St. Petersburg readies for three brew pubs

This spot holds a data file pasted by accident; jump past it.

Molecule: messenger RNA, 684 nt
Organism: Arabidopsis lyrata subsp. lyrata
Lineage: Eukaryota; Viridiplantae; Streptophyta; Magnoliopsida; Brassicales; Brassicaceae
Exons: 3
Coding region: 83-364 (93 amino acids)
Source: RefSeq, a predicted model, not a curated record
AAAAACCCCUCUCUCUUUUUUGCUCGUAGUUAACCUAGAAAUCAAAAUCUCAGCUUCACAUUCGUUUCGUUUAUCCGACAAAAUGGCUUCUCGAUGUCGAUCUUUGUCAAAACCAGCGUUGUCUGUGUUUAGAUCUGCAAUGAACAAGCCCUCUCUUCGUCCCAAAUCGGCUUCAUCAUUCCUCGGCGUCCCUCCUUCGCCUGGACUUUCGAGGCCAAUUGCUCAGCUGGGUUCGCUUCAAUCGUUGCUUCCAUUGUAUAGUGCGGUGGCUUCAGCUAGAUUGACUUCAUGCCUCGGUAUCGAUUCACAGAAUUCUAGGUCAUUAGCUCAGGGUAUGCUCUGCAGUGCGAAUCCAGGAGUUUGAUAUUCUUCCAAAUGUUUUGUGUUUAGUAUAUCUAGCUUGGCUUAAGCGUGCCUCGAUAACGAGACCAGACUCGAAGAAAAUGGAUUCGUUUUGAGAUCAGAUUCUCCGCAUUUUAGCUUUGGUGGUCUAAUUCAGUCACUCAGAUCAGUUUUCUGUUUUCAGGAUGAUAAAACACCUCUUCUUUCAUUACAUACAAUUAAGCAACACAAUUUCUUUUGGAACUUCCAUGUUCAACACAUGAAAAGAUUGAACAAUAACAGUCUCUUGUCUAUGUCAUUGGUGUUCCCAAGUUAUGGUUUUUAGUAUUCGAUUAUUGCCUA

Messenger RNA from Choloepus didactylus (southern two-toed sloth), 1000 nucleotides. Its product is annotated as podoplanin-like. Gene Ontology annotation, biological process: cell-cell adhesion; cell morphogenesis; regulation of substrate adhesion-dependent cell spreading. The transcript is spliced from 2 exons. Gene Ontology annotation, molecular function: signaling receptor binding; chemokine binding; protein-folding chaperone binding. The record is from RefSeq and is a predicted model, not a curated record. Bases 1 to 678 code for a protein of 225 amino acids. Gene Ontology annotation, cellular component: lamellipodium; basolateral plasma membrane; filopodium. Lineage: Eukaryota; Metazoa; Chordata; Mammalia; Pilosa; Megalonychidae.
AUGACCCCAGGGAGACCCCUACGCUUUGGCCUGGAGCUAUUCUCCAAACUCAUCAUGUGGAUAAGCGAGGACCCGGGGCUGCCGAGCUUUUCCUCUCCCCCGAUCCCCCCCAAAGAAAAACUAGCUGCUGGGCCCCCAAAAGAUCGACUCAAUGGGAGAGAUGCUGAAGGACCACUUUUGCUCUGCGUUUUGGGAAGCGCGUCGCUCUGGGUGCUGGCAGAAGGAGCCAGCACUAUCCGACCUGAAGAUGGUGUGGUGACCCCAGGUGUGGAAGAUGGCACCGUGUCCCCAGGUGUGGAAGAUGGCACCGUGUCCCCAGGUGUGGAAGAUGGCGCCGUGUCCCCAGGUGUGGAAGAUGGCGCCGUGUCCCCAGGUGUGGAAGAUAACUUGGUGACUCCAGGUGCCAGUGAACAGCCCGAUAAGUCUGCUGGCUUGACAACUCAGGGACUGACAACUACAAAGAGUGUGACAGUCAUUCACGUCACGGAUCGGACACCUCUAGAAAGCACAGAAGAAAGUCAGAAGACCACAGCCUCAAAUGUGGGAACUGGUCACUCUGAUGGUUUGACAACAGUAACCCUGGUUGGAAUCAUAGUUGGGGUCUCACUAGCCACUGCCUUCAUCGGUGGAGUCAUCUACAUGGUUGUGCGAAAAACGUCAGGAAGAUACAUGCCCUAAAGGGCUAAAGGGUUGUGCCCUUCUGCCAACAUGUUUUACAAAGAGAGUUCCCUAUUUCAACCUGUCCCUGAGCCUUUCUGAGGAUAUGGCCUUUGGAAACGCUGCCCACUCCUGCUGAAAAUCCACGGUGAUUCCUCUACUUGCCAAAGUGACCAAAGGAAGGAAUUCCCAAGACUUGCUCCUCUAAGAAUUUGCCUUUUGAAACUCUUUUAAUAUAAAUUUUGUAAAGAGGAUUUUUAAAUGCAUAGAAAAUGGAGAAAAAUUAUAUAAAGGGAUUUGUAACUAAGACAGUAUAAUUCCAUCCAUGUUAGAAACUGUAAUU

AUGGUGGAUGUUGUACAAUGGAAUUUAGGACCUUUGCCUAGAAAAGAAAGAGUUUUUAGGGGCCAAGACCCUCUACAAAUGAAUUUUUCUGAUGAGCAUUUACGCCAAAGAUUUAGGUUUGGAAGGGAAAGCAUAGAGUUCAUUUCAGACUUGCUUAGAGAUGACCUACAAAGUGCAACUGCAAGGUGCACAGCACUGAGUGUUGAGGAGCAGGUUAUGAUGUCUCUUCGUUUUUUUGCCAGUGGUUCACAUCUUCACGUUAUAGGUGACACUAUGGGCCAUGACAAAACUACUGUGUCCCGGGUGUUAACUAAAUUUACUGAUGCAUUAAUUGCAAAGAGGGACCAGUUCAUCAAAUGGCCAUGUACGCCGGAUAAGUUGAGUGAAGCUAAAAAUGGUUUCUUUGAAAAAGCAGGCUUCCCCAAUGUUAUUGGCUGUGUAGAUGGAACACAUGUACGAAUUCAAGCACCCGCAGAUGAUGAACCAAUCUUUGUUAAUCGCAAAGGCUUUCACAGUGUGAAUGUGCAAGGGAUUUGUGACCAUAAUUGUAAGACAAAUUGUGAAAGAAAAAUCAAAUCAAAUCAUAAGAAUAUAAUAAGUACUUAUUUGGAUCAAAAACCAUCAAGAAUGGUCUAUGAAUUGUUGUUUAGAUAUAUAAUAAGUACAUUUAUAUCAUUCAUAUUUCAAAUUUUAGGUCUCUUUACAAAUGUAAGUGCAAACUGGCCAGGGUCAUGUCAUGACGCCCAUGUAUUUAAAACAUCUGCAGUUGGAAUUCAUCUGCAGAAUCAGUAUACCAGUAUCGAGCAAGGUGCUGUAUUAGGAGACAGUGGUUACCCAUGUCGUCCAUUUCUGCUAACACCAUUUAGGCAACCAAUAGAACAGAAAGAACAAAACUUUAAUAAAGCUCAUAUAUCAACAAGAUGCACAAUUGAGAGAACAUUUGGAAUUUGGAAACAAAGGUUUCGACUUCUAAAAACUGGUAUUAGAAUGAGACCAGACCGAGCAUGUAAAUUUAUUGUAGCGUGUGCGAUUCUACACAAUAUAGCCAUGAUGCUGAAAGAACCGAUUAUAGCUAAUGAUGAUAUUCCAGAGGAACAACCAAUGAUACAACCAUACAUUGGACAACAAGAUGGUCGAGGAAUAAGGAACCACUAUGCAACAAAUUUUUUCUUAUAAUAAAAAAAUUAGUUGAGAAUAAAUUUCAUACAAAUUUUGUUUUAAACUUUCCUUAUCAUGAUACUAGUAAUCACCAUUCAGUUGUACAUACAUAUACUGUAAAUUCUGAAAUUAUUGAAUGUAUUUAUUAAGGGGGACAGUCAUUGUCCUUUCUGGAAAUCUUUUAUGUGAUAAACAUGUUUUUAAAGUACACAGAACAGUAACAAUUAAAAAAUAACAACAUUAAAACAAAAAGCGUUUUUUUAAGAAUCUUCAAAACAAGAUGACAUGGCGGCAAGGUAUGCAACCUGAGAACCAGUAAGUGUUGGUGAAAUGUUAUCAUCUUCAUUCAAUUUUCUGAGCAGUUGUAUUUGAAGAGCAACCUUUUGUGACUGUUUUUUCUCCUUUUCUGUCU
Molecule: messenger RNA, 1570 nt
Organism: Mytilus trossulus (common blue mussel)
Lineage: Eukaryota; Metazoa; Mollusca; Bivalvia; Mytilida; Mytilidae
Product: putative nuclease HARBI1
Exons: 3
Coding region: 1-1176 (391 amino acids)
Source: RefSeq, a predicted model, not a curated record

ST. PETERSBURG - While the Tampa Bay region is considered the heart of Florida's independent brewing scene, St. Petersburg has no craft breweries to call its own. After years of planning, working with city officials and searching for the right space, though, three breweries plan to open downtown this year. The friendly competitors will appeal to diverse palates, from lighter wheat beers to rich, complex pale ales. Their goals range from building a reputation among connoisseurs to becoming a regional competitor in the Southeast. One of the biggest challenges they all face is opening in the downtown area, where space is limited and costs are high. While many craft breweries start off producing beer in remote industrial parks, where the rent is cheap, St. Pete's future brewers have waited it out to find the right place downtown."I like St. Pete. I live in St. Pete. I like going out in St. Pete. I want to be brewing in St. Pete," said Doug Dozark, who brews a range of beers at Peg's Cantina in Gulfport. "There's a great opportunity now, and there's room for several people to do it." Dozark, an experienced brewer who previously worked at Cigar City Brewing in Tampa, has been searching for a space for two years and said he's narrowed the search to two locations. He wants his Cycle Brewing label to bring prestige to his hometown by rising to the top tier in craft beer circles. Entrepreneurs Tom and Michele Williams say their St. Pete Orange Wheat is already a big seller at area bars, from The Pier to the beach, and they're confident St. Petersburg Brewing Company will bring casual drinkers and beer geeks together when they open on First Avenue North this year. A little more than a half-mile down the street, Nathan Stonecipher and Steven Duffy envision a sunny beer garden outside their Green Bench Brewing Company in a 1925 brick building that will serve as the headquarters for a regional brand. Tampa Bay may be the epicenter of craft beer in Florida, with well-established breweries such as Cigar City Brewing and the Dunedin Brewery, according to Josh Aubuchon, executive director of the Florida Brewers Guild. Craft breweries were rare in Florida in the '90s, though national brands such as Anheuser-Busch and Yuengling have a long history in Tampa. Archaic laws regulating bottle sizes kept out specialty brews and imports such as Belgian beers that traditionally come in 22-ounce containers, said Aubuchon, a Tallahassee attorney who represents the alcoholic beverage industry. "It was a different time back then," he said. "They used to call Florida the beer desert, actually." As laws relaxed in the late '90s, breweries such as Cigar City grew and used their success to bolster other craft brew start-ups.The state is now home to more than 40 craft breweries with about a dozen in the Tampa Bay area alone. In 2011, craft breweries accounted for 1,940 of the 1,989 breweries in the United States, though their market share by volume was only 5.7 percent within the industry as a whole, according to the Brewers Association. About 250 new craft breweries opened that year. While beer sales in the United States were down 1.3 percent by volume in 2011, the craft brewing industry was up 13 percent the same year. But even with the abundance of new craft breweries opening across Florida and locally, the region is far from being saturated. Only 5.6 percent of beer sales in Florida come from microbreweries; whereas in places out West such as Eugene, Ore., where microbreweries are popular, microbrews account for 33 percent of sales, Aubuchon said. Retail space is a major reason St. Petersburg has been late to the craft beer party. Many craft breweries open as microbreweries, which produce fewer than 15,000 barrels of beer each year (465,000 gallons) and sell 75 percent of their product offsite. A brew pub is the retail alternative, which sells 25 percent or more of its beer on site, according to the Brewers Association. Some microbreweries open in industrial parks, where property is cheap and they can expand their brewing operations with ease. About half the craft breweries in Florida are based in nonretail spaces, Aubuchon said. Florida's oldest microbrewery, the Dunedin Brewery, began as a distribution-only operation in 1996, selling beer offsite until late 2001, when it opened a tasting room and, later, a full-service kitchen and music venue. Opening a retail brewpub offers the direct income of selling your own beer and the chance to establish a better reputation, said Michael Lyn Bryant, the Dunedin Brewery's owner. "From brewery tours to flights of samples, the drinker makes a deeper connection with the single brewery's offerings," he said. "This does not happen out in the distribution market. Out there, your beer is mixed in with the rest of the market." All three of St. Petersburg's future breweries are intent on opening as retail pubs near downtown. Navigating the legal requirements can be tough, though. In order to open, Green Bench Brewing had to go to the city and request a change to old zoning rules that prohibited the production and sale of beer under the same roof. Duffy said he and his partner worked with the city's economic development and zoning officials to make the language of the code "brewer-friendly." Even with the regulatory path cleared, leasing a downtown space can be cost-prohibitive for a new brewery, with the rent, insurance and property tax hikes eating away at profits, Dozark said. Long-term leases are easier in industrial parks because the space isn't in high demand, according to Williams. That's ultimately why he chose to buy a building downtown. Williams has been testing his beer in local pubs and started selling bottles of the St. Pete Orange Wheat in December. Lack of brewing space has forced the Williamses to brew their beer in Maryland, leading some to balk that it's not truly local. "That's been our biggest Achilles' heel for us," Williams said. "But when the brewery lights go on, the beer will be made here." Competing for tap handles at bars and restaurants can also be a brutal business, as other distributors sometimes edge out Williams by cutting their keg prices by a few dollars. The couple is hoping that selling their own beer directly in a retail space will yield better profits. But having invested some of their own money, as well as borrowing for St. Petersburg Brewery, Williams admits he's a little nervous about the opening. "I'm a very risk-averse guy, and this business scares me. As much as I love beer and what we're doing, it scares … me because the margins are so tight," said Williams, whose firm, e-Lease, has financed other businesses that sell craft beer, such as the Ale & the Witch pub downtown. What makes for great craft beer? Each of the future brewery owners has a different take, and that's why they say having three breweries in St. Petersburg would be good for business. The opening of Seventh Sun Brewing Companylast year, only a few blocks from the Dunedin Brewery, hasn't hurt business there because each place has distinctive offerings, Bryant said. Jay Dingman, who opened Barley Mow Brewing Company in Largo with his wife, Colleen, welcomes the diverse selection of craft breweries across Pinellas County. "You can go to all these different places, and everybody is making great beers and everybody has a different delivery," he said. "It's just cool because you see the personalities of the brewers and the owners." Ale & the Witch owner Brett Andress said the St. Petersburg and Cycle Brewing beers are already popular at his popular craft beer pub on Second Avenue Northeast and that the number of Florida brews he stocks has jumped from five to 20 within a year. He expects customers to try select local beers at his business and then visit the nearby breweries to sample all they brew. "It's a cross pollenation of like-minded consumers," Andress said. In St. Petersburg, which takes pride in its local food and arts scene, having multiple microbreweries and craft beer bars could help everyone if the city identifies itself as a beer destination, he said. "It's almost like sports; it's almost like this whole kind of community that you're proud of," he said. While Williams wants to appeal to beer enthusiasts by offering rich brews such as pale ales, his citrusy wheat beer should attract a different crowd looking for refreshment during the hot Florida summers. He envisions his pub as a place for beer fans, casual drinkers and people who just want to support local business to gather over a brew. Green Bench Brewing, named after the ubiquitous green benches that once lined Central Avenue, will have 6,000 feet of outdoor space with a beer garden, patio and covered porch. The brewery will offer about a dozen different beers on tap in the tasting room. The partners have raised $1 million from investors and have plans to become a full-scale production brewery, selling and distributing 7,000 barrels a year by their third year. But even with such big plans, the competition to be the city's first brewery is collegial, Stonecipher said. "The more the merrier as far as we're concerned," he said. "Brewers are usually pretty good at all working together." "One of us will be at the other one's grand opening, whoever is first." To Dozark, the greatest sign that the city is ready for craft beer is that you can buy Cigar City's beer at Tropicana Field. "If they're putting it in the Trop, we're ready for craft beer," he said.